Atazanavir for the Treatment of Human Immunodeficiency Virus Infection
Article first published online: 16 JAN 2012
2004 Pharmacotherapy Publications Inc.
Pharmacotherapy: The Journal of Human Pharmacology and Drug Therapy
Volume 24, Issue 12, pages 1732–1747, December 2004
How to Cite
Busti, A. J., Hall, R. G. and Margolis, D. M. (2004), Atazanavir for the Treatment of Human Immunodeficiency Virus Infection. Pharmacotherapy, 24: 1732–1747. doi: 10.1592/phco.24.17.1732.52347
- Issue published online: 16 JAN 2012
- Article first published online: 16 JAN 2012
- protease inhibitor;
- human immunodeficiency virus;
- highly active antiretroviral therapy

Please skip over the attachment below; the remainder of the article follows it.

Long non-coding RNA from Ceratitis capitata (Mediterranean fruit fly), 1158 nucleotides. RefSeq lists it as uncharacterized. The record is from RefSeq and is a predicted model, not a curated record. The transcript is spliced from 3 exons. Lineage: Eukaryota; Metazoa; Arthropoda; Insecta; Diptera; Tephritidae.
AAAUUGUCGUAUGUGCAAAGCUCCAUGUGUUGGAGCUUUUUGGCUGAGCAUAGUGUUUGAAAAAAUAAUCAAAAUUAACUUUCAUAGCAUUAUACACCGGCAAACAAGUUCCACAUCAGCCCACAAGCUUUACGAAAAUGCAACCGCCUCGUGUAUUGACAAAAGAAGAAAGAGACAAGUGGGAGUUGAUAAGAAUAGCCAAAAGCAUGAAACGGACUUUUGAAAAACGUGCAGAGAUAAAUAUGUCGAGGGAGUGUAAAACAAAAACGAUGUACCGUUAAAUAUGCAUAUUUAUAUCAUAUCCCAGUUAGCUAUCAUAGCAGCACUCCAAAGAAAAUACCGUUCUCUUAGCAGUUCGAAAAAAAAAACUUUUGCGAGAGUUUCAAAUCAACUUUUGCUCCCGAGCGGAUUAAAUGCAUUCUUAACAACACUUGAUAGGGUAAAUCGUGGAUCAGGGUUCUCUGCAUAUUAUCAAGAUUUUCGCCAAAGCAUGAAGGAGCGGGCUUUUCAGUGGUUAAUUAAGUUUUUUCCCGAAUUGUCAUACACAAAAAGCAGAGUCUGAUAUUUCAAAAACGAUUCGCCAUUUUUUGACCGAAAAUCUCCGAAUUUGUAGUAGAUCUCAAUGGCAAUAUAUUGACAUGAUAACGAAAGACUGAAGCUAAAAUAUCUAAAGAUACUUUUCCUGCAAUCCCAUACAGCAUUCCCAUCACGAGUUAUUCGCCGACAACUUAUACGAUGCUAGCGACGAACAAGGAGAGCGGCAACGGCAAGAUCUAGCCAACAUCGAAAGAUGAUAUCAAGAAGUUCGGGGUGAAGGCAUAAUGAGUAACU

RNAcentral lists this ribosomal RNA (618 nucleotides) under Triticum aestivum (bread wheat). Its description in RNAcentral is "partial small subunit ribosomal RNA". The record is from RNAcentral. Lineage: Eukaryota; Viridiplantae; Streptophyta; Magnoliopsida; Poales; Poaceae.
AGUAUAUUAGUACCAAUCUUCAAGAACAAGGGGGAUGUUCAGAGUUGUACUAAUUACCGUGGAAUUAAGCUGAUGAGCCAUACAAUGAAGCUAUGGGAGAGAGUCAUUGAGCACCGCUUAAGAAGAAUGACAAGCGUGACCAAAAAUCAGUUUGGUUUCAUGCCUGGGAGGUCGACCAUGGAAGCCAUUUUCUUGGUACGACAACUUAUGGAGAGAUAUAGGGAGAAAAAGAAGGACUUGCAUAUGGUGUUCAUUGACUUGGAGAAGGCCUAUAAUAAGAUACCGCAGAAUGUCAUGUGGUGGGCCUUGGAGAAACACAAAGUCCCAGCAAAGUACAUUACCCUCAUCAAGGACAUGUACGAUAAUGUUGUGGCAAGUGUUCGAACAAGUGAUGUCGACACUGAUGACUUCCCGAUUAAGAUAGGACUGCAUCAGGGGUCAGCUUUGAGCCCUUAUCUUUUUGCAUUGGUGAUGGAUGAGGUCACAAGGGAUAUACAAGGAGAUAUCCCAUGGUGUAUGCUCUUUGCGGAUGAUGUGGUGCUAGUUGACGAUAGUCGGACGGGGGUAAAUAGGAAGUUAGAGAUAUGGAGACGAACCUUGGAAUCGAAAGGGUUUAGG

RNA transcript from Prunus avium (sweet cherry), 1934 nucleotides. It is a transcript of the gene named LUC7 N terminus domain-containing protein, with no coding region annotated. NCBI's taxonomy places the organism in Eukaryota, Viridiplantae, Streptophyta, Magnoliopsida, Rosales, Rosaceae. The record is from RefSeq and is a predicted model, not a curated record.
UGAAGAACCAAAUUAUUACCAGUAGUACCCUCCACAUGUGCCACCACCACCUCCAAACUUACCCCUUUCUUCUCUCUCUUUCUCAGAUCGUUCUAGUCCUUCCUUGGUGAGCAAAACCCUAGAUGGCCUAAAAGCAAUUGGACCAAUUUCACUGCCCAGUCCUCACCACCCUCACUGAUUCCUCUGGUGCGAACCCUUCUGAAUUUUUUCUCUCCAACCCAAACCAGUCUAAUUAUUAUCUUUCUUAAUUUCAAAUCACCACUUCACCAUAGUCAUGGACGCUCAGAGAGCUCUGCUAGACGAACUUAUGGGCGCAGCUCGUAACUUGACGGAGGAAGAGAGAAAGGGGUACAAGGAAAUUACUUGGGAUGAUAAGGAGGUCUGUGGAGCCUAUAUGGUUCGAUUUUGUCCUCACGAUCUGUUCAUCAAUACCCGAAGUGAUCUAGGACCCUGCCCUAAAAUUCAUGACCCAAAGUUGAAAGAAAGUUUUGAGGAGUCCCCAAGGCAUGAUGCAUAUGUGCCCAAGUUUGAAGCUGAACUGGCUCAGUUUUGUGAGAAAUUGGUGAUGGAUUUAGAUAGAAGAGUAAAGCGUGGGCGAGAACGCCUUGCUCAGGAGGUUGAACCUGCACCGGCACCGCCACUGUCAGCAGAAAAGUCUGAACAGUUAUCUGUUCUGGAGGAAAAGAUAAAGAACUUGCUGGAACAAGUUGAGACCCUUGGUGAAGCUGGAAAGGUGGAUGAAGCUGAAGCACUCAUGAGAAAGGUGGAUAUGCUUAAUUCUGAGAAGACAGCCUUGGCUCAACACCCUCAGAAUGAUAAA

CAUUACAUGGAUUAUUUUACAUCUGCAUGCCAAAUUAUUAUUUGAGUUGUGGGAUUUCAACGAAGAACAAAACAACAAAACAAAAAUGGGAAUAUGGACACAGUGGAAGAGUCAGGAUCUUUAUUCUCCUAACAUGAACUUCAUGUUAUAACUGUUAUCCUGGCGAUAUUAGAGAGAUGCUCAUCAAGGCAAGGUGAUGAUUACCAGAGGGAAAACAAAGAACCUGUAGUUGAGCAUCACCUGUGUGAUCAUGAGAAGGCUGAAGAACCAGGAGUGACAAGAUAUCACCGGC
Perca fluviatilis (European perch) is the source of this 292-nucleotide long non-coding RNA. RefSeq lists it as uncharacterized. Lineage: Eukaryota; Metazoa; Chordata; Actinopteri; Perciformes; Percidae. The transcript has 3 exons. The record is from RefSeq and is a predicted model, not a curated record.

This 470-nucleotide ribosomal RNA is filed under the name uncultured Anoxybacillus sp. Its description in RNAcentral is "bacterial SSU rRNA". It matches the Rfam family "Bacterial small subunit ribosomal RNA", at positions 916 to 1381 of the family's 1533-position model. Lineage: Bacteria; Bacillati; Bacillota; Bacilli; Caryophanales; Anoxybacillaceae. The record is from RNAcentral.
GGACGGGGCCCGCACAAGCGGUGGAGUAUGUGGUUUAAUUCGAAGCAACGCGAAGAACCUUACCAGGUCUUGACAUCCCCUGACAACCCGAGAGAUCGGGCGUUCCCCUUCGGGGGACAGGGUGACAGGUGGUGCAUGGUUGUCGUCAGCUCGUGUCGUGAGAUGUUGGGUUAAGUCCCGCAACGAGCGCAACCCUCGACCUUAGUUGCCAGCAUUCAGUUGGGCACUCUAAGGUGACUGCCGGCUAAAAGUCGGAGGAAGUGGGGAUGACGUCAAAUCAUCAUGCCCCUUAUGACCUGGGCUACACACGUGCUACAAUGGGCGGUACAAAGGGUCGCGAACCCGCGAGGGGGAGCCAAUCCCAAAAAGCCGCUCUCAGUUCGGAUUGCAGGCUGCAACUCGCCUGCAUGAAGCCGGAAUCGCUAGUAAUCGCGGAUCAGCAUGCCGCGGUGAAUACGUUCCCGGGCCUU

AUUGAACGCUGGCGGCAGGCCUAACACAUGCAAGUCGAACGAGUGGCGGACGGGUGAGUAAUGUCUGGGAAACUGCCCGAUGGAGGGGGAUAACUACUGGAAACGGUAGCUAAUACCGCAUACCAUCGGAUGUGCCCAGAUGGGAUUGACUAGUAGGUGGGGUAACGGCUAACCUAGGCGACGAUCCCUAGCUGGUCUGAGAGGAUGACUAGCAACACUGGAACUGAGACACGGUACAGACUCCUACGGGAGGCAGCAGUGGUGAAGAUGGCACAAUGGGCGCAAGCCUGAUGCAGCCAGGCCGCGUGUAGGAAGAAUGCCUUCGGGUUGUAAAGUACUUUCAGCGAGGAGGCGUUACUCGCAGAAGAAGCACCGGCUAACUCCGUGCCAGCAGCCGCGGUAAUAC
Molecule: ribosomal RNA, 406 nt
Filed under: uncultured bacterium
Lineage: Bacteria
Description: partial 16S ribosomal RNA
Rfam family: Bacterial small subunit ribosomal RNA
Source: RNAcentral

Atazanavir is the first once-daily protease inhibitor for the treatment of human immunodeficiency virus type 1 infection and should be used only in combination therapy, as part of a highly active antiretroviral therapy (HAART) regimen. In addition to being the most potent protease inhibitor in vitro, atazanavir has a distinct cross-resistance profile that does not confer resistance to other protease inhibitors. However, resistance to other protease inhibitors often confers clinically relevant resistance to atazanavir. Currently, atazanavir is not a preferred protease inhibitor for initial HAART regimens. In treatment-naïve patients, atazanavir can be given as 400 mg/day. However, atazanavir should be pharmacologically boosted with ritonavir in treatment-experienced patients or when coadministered with either tenofovir or efavirenz. Patients who receive atazanavir experience similar rates of adverse events compared with patients receiving comparator regimens. An exception is an increased risk of asymptomatic hyperbilirubinemia, which is due to competitive inhibition of uridine diphosphate-glucuronosyltransferase 1A1. Although hyperbilirubinemia is a common adverse drug reaction of atazanavir therapy (22–47%), fewer than 2% of patients discontinue atazanavir therapy because of this adverse effect. Common adverse effects reported with atazanavir include infection, nausea, vomiting, diarrhea, abdominal pain, headache, peripheral neuropathy, and rash. Of significance, fewer abnormalities have been observed in plasma lipid profiles in patients treated with atazanavir compared with other protease inhibitor–containing regimens. As with other protease inhibitors, atazanavir is also a substrate and moderate inhibitor of the cytochrome P450 (CYP) system, in particular CYP3A4 and CYP2C9. Clinically significant drug interactions include (but are not limited to) antacids, proton pump inhibitors, histamine type 2 receptor antagonists, tenofovir, diltiazem, irinotecan, simvastatin, lovastatin, St. John's wort, and warfarin. We conclude that atazanavir is a distinctively characteristic protease inhibitor owing to its in vitro potency, once-daily dosing, distinct initial resistance pattern, and infrequent association with metabolic abnormalities.